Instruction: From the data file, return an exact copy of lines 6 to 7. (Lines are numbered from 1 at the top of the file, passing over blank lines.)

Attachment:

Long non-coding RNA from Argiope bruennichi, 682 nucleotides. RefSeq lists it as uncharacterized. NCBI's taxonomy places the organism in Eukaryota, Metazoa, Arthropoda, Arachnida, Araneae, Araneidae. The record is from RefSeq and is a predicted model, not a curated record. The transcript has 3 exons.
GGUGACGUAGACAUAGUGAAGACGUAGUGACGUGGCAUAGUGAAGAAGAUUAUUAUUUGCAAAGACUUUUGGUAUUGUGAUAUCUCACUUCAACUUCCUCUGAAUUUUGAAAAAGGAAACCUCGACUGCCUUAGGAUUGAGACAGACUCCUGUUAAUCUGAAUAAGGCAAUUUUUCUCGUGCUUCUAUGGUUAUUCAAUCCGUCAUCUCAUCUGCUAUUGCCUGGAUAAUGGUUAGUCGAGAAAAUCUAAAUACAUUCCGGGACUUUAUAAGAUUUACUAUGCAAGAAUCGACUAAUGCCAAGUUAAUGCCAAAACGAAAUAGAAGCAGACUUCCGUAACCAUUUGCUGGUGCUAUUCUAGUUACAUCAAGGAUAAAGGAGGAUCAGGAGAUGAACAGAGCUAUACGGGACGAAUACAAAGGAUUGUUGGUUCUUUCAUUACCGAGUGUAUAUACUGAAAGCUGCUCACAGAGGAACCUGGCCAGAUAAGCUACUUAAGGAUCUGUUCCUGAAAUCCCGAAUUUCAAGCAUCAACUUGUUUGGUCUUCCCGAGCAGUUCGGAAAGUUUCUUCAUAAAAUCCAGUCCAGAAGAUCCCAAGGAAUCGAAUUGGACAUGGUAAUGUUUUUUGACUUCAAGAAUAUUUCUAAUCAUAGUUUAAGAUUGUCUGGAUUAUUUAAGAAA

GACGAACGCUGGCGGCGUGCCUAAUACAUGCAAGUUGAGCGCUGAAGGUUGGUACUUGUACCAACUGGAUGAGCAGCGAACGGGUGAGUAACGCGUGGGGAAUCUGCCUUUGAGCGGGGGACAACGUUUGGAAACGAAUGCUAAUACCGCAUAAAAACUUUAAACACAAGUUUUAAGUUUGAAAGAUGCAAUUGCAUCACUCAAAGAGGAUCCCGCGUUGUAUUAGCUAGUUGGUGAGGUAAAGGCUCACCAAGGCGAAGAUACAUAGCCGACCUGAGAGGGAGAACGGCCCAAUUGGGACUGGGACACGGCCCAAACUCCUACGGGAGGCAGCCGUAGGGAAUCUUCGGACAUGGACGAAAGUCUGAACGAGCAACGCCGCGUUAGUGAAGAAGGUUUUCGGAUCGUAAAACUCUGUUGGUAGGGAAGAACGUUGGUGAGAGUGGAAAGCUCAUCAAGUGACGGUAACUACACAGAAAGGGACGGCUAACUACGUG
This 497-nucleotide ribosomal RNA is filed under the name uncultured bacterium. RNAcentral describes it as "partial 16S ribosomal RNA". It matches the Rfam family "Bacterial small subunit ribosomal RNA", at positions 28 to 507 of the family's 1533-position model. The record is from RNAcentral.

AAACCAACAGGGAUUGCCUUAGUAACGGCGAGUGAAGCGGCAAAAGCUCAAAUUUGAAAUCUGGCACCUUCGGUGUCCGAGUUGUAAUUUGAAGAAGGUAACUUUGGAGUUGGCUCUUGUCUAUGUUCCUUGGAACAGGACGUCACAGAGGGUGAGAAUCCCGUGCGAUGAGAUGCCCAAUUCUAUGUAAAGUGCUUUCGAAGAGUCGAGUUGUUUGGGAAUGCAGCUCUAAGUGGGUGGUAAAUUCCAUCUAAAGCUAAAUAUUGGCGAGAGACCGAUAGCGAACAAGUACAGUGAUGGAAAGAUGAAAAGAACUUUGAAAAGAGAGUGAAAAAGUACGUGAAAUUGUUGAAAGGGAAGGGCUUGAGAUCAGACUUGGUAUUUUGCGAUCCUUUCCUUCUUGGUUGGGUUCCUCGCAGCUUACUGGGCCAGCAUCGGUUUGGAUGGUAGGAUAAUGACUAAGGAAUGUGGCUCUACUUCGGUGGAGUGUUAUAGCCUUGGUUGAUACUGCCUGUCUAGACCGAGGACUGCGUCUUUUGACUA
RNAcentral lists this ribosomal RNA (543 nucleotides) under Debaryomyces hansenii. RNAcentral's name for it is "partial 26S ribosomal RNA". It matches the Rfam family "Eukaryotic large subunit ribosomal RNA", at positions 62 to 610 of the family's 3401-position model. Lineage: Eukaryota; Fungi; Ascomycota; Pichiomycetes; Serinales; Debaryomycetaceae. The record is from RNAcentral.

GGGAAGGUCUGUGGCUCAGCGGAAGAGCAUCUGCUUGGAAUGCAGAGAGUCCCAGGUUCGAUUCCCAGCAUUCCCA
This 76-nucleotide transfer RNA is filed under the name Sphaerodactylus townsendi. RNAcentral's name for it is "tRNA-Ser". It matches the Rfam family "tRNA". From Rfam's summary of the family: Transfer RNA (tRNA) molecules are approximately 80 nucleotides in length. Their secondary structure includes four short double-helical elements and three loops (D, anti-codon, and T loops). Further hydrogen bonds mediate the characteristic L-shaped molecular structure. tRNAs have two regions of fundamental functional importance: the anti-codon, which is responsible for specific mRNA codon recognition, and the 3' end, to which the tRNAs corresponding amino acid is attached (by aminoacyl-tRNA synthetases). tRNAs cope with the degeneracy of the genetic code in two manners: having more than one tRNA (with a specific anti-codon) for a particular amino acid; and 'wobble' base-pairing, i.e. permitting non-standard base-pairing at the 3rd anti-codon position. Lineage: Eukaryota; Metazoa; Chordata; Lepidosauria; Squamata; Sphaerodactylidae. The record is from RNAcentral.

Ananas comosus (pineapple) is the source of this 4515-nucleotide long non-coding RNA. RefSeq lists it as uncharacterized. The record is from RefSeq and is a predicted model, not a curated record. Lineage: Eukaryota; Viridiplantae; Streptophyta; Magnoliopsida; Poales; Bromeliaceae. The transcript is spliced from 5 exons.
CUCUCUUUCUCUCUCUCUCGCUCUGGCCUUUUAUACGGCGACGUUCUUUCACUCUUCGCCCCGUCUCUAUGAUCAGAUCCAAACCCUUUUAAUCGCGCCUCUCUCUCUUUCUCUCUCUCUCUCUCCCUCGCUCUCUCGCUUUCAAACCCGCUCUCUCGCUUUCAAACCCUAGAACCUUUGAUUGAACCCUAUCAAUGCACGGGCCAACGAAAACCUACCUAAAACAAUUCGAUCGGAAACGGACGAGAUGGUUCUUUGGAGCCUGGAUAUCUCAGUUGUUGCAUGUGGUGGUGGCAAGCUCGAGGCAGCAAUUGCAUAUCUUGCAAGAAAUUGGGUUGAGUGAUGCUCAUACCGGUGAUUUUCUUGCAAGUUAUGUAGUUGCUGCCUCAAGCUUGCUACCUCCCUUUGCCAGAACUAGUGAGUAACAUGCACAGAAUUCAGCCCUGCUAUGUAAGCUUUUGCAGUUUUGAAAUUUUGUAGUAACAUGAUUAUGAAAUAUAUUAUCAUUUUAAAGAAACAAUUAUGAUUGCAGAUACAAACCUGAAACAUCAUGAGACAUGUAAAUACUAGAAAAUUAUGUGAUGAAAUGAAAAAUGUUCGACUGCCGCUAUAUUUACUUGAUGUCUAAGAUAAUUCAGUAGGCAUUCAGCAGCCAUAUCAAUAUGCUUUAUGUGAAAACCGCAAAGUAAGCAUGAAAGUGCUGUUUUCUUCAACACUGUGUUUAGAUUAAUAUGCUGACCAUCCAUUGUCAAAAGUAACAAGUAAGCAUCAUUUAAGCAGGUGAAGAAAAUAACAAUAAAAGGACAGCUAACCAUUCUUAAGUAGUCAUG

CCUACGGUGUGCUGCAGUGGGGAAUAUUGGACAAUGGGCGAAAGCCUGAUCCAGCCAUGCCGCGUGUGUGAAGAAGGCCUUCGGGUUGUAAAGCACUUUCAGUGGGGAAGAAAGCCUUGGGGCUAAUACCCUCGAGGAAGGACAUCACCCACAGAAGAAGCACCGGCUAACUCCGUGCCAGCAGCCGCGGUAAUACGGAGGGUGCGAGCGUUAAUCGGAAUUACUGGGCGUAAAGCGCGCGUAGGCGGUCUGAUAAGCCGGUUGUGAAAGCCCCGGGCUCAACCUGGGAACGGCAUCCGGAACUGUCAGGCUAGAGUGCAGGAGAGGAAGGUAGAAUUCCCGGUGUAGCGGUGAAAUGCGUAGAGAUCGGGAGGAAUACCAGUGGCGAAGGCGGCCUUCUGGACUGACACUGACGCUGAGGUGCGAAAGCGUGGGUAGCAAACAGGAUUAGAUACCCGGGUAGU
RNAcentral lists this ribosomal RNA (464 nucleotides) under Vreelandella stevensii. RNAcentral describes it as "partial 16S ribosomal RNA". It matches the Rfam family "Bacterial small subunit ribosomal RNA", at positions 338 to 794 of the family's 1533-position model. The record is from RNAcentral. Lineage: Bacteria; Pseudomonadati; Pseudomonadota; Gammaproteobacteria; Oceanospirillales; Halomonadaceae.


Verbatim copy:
RNAcentral lists this ribosomal RNA (543 nucleotides) under Debaryomyces hansenii. RNAcentral's name for it is "partial 26S ribosomal RNA". It matches the Rfam family "Eukaryotic large subunit ribosomal RNA", at positions 62 to 610 of the family's 3401-position model. Lineage: Eukaryota; Fungi; Ascomycota; Pichiomycetes; Serinales; Debaryomycetaceae. The record is from RNAcentral.

GGGAAGGUCUGUGGCUCAGCGGAAGAGCAUCUGCUUGGAAUGCAGAGAGUCCCAGGUUCGAUUCCCAGCAUUCCCA